Squeeze but don’t drown / Analysis by Ricardo Avila – Sectors – Economy

When it appeared last Wednesday, Jerome Powellpresident Federal Reserve Bank of the United Statesascending to the podium, it was enough to recognize the little signs of the stage to anticipate the stern tone of the message he held in his hand: the podium flanked by two flags, the dark blue curtain in the background, and the gray of the official’s tie.

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As soon as he began speaking, his words emphasized that the announcement was far from routine. He noted without much of the preamble that the Federal Open Market Committee, attached to the entity he chairs, has decided to increase three-quarters of a percentage point in the interest rate it charges financial entities in its orbit to give them resources, a jump not seen since 1994.

He pointed out that the volume of securities held by the institution will continue to decline. Besides the details, the signal from Washington was loud and clear: The cost of money will rise—and will continue to do so for the foreseeable future—as liquidity dwindles, Something that fundamentally changes the conditions in which the world’s largest economy develops.

In an almost parallel way, other central banks have moved in the same direction. Australia had already decided at the beginning of June, while the European Central Bank indicated in the middle of the month that it would do the same. For their part, there was additional tightening in both England and Switzerland, with a basic lesson: developed countries react to rising inflation and will do everything in their power to control it.

Whatever you take – whatever it costs

In Italy, for example, the yield on 10-year government bonds has reached more than 4 percent per year, not to mention the state of emerging economies.

The use of monetary policy tools probably does not say much to the average citizen at any latitude, until the consequences of this renewed identification are noted. Over the past few days, there has been a significant drop in stock market indices on Wall Street and other markets, along with rising public and private bond yields.

Without going any further, shares on the New York Stock Exchange fell 5.8 percent on average last week, their worst performance since March 2020, when the pandemic broke out. The hardest hit part is tech companies, whose drop is 21 percent, which is already being described as a major correction.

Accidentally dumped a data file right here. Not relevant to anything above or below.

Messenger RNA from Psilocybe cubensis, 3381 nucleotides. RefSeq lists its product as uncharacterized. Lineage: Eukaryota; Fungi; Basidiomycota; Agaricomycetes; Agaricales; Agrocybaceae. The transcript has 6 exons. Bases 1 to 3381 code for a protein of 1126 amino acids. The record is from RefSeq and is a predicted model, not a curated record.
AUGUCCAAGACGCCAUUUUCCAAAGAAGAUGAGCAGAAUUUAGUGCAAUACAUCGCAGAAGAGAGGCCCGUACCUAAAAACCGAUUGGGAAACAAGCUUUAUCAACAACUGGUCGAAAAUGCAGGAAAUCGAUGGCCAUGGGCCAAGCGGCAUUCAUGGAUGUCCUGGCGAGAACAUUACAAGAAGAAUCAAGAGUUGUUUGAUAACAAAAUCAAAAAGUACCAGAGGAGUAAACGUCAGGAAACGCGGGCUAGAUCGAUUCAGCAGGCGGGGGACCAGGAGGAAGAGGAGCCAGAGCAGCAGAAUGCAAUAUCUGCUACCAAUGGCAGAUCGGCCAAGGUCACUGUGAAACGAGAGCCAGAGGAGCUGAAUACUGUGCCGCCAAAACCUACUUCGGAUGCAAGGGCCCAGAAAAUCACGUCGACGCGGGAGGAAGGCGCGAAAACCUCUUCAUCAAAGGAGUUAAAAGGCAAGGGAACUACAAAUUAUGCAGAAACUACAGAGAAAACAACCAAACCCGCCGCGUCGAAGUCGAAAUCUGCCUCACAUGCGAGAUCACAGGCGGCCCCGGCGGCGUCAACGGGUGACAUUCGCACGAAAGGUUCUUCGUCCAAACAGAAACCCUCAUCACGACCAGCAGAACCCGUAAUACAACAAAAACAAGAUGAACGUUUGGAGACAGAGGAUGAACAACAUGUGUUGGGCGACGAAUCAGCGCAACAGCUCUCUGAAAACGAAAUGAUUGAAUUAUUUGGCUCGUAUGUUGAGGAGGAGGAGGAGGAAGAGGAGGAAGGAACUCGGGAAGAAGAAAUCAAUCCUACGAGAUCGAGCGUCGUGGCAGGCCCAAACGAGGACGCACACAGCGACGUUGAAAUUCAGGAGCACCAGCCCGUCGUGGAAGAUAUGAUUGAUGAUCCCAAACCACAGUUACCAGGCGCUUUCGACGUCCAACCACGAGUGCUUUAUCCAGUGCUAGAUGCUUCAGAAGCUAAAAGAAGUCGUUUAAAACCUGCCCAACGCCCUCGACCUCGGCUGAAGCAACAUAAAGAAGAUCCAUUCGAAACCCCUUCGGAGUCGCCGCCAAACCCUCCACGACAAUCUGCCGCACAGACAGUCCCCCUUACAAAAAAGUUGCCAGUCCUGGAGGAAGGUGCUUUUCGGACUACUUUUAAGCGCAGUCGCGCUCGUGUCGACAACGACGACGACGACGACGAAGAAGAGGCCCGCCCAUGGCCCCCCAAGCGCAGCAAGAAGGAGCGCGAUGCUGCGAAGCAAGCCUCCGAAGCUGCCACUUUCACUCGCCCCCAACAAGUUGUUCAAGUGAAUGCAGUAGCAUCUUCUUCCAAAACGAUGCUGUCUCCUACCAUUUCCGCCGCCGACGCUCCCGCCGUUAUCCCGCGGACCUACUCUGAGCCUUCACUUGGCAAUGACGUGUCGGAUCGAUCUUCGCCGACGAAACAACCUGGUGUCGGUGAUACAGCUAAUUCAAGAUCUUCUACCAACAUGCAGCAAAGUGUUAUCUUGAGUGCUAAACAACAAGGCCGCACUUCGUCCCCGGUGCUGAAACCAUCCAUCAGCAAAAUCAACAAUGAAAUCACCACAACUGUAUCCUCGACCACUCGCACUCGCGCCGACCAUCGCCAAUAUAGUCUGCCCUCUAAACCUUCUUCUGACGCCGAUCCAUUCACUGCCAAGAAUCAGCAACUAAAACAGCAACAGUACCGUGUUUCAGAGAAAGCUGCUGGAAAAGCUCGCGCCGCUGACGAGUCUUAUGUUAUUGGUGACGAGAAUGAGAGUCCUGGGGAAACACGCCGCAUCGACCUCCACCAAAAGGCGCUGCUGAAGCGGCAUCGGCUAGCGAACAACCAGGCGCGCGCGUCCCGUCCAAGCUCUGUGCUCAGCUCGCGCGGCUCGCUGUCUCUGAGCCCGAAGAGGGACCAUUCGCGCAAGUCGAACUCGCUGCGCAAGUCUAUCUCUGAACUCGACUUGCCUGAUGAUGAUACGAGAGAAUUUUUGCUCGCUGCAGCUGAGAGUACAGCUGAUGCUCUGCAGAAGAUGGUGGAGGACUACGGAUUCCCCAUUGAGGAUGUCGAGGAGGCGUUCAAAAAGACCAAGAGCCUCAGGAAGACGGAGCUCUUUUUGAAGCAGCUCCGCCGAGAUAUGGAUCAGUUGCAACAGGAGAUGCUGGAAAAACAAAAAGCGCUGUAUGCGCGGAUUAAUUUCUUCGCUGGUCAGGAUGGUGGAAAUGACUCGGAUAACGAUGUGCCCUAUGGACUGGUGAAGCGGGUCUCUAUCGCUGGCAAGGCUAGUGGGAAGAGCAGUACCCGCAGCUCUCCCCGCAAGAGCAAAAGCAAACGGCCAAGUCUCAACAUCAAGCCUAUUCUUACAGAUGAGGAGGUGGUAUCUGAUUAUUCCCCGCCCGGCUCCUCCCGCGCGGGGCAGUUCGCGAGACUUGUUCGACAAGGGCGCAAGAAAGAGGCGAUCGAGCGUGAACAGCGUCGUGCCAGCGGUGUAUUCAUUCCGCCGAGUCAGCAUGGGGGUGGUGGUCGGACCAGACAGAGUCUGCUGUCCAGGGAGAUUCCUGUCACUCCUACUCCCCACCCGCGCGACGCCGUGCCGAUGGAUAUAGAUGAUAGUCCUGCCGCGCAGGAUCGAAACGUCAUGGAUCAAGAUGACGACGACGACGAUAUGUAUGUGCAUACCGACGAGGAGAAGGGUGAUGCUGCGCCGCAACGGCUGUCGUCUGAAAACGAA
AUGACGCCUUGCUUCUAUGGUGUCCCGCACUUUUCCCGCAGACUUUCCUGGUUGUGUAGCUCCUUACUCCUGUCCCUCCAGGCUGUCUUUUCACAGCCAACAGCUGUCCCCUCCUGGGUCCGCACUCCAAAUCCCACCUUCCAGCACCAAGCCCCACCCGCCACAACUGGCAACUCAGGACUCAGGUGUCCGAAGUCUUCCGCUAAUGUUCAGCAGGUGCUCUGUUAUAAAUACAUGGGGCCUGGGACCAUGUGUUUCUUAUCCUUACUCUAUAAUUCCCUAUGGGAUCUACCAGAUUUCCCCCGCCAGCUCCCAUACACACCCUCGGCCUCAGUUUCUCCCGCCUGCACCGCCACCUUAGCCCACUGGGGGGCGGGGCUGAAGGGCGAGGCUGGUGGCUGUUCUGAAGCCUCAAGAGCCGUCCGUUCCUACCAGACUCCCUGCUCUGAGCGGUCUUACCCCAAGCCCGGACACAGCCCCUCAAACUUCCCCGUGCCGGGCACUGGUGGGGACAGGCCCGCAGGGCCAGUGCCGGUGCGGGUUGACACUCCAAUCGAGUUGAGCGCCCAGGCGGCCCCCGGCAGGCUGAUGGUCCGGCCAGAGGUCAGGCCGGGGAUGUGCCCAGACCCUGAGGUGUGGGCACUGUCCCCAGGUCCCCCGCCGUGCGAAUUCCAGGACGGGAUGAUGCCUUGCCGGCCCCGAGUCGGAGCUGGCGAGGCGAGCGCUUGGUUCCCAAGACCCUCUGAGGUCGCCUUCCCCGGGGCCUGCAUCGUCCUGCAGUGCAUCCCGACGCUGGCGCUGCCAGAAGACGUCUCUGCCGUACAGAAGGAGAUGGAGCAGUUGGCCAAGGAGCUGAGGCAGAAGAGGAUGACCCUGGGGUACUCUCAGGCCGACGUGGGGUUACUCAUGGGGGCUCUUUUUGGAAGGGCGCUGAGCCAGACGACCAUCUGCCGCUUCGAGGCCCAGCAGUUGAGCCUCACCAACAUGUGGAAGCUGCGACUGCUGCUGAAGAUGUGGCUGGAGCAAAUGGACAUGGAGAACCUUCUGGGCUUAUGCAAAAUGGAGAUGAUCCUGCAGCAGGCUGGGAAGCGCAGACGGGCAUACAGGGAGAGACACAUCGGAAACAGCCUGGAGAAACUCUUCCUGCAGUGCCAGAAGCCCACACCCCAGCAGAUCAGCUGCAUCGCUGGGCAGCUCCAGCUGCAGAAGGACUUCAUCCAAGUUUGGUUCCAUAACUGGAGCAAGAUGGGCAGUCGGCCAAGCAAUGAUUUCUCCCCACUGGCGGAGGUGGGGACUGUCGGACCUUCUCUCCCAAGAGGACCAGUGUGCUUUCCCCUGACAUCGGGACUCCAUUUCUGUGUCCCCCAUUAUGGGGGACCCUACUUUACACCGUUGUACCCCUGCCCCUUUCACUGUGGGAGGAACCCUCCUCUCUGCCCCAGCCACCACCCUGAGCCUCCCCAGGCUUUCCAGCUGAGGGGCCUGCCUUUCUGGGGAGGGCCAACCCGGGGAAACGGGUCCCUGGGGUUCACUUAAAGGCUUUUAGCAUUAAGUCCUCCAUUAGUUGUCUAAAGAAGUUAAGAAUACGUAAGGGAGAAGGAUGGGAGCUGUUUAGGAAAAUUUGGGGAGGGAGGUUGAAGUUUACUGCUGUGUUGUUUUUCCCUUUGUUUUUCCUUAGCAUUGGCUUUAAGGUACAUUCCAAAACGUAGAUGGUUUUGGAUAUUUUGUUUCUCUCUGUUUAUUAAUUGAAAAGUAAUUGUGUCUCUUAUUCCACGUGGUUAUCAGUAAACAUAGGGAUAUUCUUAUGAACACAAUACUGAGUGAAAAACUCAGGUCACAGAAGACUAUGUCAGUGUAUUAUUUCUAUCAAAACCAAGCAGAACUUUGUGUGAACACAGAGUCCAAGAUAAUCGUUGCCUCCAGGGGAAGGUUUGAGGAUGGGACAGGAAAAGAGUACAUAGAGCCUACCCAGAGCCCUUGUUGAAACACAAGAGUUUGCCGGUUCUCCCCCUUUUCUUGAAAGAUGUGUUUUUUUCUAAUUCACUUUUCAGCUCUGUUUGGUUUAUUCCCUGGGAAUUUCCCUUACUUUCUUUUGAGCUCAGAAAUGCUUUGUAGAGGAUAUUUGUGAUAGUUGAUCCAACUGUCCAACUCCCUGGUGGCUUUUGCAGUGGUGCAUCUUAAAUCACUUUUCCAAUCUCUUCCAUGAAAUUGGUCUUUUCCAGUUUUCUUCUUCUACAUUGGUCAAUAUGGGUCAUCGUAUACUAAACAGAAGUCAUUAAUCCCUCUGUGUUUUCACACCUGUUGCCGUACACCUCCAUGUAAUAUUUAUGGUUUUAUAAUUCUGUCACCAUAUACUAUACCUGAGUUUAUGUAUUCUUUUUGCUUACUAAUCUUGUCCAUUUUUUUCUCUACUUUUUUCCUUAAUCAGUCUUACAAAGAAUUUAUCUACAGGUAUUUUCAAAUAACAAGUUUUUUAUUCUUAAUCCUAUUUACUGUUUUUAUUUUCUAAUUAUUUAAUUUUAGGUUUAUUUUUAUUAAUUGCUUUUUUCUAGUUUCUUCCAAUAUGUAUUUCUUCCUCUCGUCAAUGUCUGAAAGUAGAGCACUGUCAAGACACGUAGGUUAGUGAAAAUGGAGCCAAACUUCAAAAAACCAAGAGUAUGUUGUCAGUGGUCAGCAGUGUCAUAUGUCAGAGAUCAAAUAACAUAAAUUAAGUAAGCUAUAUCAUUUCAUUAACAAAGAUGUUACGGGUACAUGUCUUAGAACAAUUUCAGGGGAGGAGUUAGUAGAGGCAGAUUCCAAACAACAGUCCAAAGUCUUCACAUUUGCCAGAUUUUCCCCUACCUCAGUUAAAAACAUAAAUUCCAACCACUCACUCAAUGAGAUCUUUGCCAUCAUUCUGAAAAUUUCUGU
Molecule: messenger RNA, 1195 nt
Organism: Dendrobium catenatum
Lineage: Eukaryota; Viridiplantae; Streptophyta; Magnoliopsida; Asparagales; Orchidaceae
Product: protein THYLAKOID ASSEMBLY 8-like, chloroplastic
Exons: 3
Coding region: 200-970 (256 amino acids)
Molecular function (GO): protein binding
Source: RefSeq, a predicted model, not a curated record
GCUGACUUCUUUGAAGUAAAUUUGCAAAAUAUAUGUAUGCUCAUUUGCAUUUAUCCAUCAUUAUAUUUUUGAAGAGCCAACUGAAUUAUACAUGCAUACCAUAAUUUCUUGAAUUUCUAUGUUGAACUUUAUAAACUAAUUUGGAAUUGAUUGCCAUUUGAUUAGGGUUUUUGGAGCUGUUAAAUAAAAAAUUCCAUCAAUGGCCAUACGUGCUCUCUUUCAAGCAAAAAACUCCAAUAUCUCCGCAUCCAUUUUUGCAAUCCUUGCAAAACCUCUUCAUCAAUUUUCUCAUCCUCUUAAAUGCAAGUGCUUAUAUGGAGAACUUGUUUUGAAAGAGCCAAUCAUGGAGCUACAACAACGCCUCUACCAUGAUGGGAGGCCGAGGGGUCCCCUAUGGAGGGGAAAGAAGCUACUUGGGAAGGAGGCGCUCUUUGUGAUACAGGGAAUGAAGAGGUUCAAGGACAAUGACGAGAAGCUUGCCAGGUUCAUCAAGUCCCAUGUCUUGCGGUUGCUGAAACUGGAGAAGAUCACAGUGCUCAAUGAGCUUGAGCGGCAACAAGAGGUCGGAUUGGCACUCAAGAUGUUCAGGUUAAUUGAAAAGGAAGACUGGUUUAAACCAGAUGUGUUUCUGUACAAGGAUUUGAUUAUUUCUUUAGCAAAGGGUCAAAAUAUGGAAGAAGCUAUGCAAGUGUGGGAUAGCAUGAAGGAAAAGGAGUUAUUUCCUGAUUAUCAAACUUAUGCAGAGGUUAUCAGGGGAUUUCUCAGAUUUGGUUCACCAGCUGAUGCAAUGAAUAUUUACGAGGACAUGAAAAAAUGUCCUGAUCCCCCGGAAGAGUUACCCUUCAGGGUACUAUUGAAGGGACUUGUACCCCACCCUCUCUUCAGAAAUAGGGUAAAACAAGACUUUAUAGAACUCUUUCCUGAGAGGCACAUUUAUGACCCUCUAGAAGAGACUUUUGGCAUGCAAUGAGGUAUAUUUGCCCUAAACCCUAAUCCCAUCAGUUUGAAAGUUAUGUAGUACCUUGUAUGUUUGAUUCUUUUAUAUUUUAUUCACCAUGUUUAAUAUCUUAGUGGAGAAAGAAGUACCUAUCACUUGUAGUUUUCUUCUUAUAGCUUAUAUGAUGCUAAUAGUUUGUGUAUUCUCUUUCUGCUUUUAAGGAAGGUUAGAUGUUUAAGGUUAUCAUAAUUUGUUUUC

For its part, an increase in risk perceptions, along with higher returns on options considered safer, has destabilized debt markets. In Italy, for example, the yield on 10-year government bonds has reached more than 4 percent per year, not to mention the state of emerging economies.

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Added to this is the collapse of assets such as Bitcoin, which is 72 percent below its maximum level last November. If the well-known cryptocurrency was trading at over $67,000 seven months ago, it is now at less than 19,000, in a sector where there are more cases of issuers and operators having trouble when it comes to fulfilling their obligations.

But what happened will only be an initial boost to what’s to come. Until the starvation rate begins to decline, more doses of the same drug will come in. For the average person, this means that they will have to pay higher loan installments, which will eventually reduce disposable income, as well as appetite or ability to acquire assets.

Nothing in the recipe is necessarily surprising, because for months it had been clear that the problem of inflation was getting out of hand: from a target close to 2 percent per year in the industrialized world, the reality shows that prices are rising by nearly 8 percent. a hundred. However, diagnosing disease is one thing, and initiating treatment with trauma treatments that leave and will leave more than one victim is one thing, given the certainty that eradicating the disease will be more difficult than was thought until recently.

Thus, there is more evidence of a stalemate on both sides of the North Atlantic. Both consumer demand and the pace of business investment appear to be running out, which could lead to a recession in the next half year.

Economists hope the slowdown will not weaken employment levels significantly. With the US unemployment rate at 3.6 per cent and a job market full of vacancies, the impression of specialists is that calm will be desirable.

Although the truth is that no one knows for sure how to adjust the case’s controls to limit damage. Just as the long-awaited soft landing can occur, a “belly bump” is also possible where the country is left with the sin of inflation and without that kind of growth.

Back in Uncle Sam’s land, the way things go will be decisive in the November legislative elections that could give the Republican opposition control of both houses. Having Congress against it will make life more difficult for Joe Biden, whose administration has been criticized as ineffective.

And in other parts of the world, politicians are concerned with the way their authorities are facing challenges that were off their radar for most of the past few months. While some prefer orthodoxy, others will try to ease some measures and others will choose to fish in a turbulent river.

Expected tail clicks